Volatility of oil prices along with major concerns about climate change, oil supply security and depleting reserves have sparked renewed interest in the production of biofuels and biochemicals. While the carbohydrate portion of edible crops is currently used as the primary feedstock in the biological production of fuels and chemicals, the availability of fatty acid (FA)-rich feedstocks and recent progress in the development of oil-accumulating organisms have drawn the attention to FAs as an attractive alternative. However, microbial platforms to enable this were nearly absent. To this end, we engineered native and heterologous fermentative pathways in E. coli to enable the efficient synthesis of fuels and chemicals from FAs. The current de facto strategy for the synthesis of non-native products in model organisms is He terologous M etabolic E ngineering (HeME), which consists of recruiting foreign genes from native producers. However, the relative incompatibility of the heterologous pathways with the host metabolism may be considered a drawback. As an alternative approach, the HoME ( Ho mologous M etabolic E ngineering) strategy that we propose overcomes this limitation by harnessing the metabolic potential of the host strain. HoME aims at reconstructing heterologous pathways to enable biosynthesis of non-natural products by identifying and assembling native functional surrogates. Implementation of both HeME and HoME strategies in the context of fuels and chemicals biosynthesis has usually been directed to the conversion of feedstocks constituents into a specific product. However, we demonstrated a novel metabolic platform based on a functional reversal of the fatty acid catabolic pathway (β-oxidation) as a means of synthesizing a wide array of products with various chain lengths and functionalities.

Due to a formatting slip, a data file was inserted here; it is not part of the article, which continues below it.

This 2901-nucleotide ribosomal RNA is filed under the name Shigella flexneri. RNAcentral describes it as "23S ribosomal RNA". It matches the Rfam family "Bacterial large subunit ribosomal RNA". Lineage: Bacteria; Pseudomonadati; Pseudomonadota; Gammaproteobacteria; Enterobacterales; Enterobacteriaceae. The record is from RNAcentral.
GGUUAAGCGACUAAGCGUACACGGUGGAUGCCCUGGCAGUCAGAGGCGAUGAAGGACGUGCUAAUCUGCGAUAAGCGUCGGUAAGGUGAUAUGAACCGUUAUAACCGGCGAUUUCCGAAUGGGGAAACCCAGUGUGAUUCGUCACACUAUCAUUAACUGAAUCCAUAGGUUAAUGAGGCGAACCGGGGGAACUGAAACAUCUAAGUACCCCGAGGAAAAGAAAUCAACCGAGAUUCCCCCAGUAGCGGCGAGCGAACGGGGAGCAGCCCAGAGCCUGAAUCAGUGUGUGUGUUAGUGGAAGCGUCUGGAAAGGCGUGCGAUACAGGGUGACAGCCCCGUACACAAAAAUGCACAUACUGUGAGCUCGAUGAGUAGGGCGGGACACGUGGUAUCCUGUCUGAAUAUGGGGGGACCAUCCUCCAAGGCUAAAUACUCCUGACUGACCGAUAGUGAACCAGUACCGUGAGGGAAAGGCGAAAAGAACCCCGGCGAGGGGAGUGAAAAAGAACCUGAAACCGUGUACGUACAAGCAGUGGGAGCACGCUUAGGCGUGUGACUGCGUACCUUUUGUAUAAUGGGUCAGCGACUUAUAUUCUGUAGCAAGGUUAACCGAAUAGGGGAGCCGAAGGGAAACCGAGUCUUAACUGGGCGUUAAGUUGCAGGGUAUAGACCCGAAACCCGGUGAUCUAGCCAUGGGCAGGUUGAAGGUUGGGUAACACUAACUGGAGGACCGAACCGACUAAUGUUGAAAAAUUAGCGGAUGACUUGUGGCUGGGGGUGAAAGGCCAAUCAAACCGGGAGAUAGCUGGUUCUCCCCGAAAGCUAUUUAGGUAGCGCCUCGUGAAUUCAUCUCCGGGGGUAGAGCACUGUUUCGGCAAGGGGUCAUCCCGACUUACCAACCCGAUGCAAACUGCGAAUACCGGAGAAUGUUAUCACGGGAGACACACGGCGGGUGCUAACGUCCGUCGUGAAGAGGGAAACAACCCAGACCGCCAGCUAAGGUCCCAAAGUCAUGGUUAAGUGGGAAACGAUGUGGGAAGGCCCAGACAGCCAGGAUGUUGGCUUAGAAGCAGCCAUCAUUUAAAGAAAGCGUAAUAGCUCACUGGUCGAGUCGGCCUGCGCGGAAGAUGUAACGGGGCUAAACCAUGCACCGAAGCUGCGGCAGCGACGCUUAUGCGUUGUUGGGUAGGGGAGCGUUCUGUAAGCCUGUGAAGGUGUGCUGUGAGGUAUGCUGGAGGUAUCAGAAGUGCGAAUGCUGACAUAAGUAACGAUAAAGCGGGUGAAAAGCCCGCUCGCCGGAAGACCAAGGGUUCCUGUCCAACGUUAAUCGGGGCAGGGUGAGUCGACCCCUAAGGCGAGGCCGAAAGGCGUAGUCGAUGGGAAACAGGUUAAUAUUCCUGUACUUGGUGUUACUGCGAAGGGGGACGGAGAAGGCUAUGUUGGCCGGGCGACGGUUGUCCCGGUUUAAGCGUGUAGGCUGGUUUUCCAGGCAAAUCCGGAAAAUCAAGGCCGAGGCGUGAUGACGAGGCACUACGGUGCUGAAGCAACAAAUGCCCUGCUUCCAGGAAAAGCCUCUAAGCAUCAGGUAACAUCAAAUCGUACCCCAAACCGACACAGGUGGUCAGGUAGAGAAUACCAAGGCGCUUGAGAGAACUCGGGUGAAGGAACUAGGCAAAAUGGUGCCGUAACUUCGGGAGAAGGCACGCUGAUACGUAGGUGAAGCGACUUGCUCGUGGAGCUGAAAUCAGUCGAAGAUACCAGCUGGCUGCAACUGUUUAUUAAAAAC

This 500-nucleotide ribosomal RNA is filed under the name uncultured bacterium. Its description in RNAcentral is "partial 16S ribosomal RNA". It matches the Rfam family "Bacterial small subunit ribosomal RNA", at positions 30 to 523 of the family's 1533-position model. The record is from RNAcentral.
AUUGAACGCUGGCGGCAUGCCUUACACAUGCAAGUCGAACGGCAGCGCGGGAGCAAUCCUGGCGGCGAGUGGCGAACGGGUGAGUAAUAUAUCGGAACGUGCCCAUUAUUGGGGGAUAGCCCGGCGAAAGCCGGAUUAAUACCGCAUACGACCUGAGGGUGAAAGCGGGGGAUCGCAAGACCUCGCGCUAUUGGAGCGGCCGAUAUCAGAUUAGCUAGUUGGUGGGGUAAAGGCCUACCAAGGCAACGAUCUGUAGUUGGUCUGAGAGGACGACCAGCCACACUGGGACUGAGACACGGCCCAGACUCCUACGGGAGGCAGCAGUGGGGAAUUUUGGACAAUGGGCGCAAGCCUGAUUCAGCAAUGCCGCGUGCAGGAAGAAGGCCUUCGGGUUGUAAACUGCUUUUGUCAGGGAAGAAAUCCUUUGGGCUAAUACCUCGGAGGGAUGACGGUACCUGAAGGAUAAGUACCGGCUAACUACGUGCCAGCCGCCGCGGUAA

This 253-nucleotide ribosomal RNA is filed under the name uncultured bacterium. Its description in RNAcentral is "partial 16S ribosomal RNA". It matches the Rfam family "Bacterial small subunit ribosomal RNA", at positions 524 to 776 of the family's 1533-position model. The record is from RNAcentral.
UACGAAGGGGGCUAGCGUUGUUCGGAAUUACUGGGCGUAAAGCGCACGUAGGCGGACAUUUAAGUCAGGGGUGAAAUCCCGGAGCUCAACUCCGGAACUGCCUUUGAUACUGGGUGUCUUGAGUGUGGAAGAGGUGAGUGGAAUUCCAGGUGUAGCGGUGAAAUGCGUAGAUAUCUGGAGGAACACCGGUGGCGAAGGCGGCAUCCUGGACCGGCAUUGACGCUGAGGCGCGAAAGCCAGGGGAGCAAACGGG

Novel approaches for the production of fuels and chemicals in Escherichia coli
Chemical and Biomolecular Engineering
Doctor of Philosophy
Dellomonaco, Clementina. "Novel approaches for the production of fuels and chemicals in Escherichia coli." (2012) Diss., Rice University. https://hdl.handle.net/1911/70225.